Boeing trims 737 delivery target
Revised forecast is due to quality issues at supplier Spirit AeroSystems
Boeing on Wednesday cut its 737 delivery forecast for 2023 citing quality issues at supplier Spirit AeroSystems, a temporary setback for the plane maker as it looks to recover from its own set of crises.
Despite a third-quarter net loss of $1.6bn, Boeing stuck to its goal of generating $3bn to $5bn in free cash flow for 2023. Shares were up 3.6% in premarket trade.
The company was aiming to deliver 400 to 450 737 jets in 2023 but was forced to temper that goal to 375 to 400 jets after two separate quality issues at Spirit, which makes fuselages for the cash-cow narrowbody jets.
Boeing plans to meet a delivery target of at least 70 wide-body 787 Dreamliners in 2023 and is transitioning from a production rate of four to five jets a month. It also intends to keep its 737 production ramp-up plan intact.
Meanwhile, the company’s ailing defence business continues to struggle with cost overruns on fixed-price contracts. It reported another quarter of negative margins due to combined losses of $797m on its next-generation Air Force One and an unspecified satellite programme.
Earlier in October, Boeing said it had expanded the scope of its inspections of a production defect arising from misdrilled holes that affect its best-selling 737 MAX 8 aircraft.
“I have heard those outside our company wondering if we’ve lost a step. I view it as quite the opposite,” said Boeing CEO Dave Calhoun in a letter to employees. “Thanks to the culture we’re building, we have identified non-conformances from the past that we now have the rigour to find and fix once and for all.”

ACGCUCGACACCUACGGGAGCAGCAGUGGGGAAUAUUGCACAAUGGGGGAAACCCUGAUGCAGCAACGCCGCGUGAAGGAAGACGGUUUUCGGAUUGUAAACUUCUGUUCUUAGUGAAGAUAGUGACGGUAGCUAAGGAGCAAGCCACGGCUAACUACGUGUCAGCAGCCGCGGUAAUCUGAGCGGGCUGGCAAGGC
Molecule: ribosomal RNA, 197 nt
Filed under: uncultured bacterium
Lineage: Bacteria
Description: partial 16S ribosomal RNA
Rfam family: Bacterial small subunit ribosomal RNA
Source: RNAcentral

The company delivered 70 737 aircraft in the third quarter, down 20%. Plane makers get the bulk of the payment when they hand over jets, so delivery numbers are closely watched.
Boeing has worked to step up deliveries to speed up its recovery from overlapping safety and pandemic-induced crises. However, it has faced disruptions for the second year in a row, though demand for jets is booming.
Boeing “is hanging on by its fingernails” to its free cash-flow target, but investors will wonder whether ongoing problems could bleed into cash-flow goals for 2024 and beyond, said Rob Stallard of Vertical Research Partners.
For its third quarter to September, Boeing reported a wider-than-expected cash burn of $310m compared with cash generation of $2.91bn a year ago. Analysts had projected a $272m cash burn for the quarter, according to LSEG data.
The company reported a wider-than-expected loss of $3.26 a share, compared with average analysts’ expectation of $2.96 a share. It reported $18.1bn in revenue, slightly beating consensus estimates of $18.0bn.
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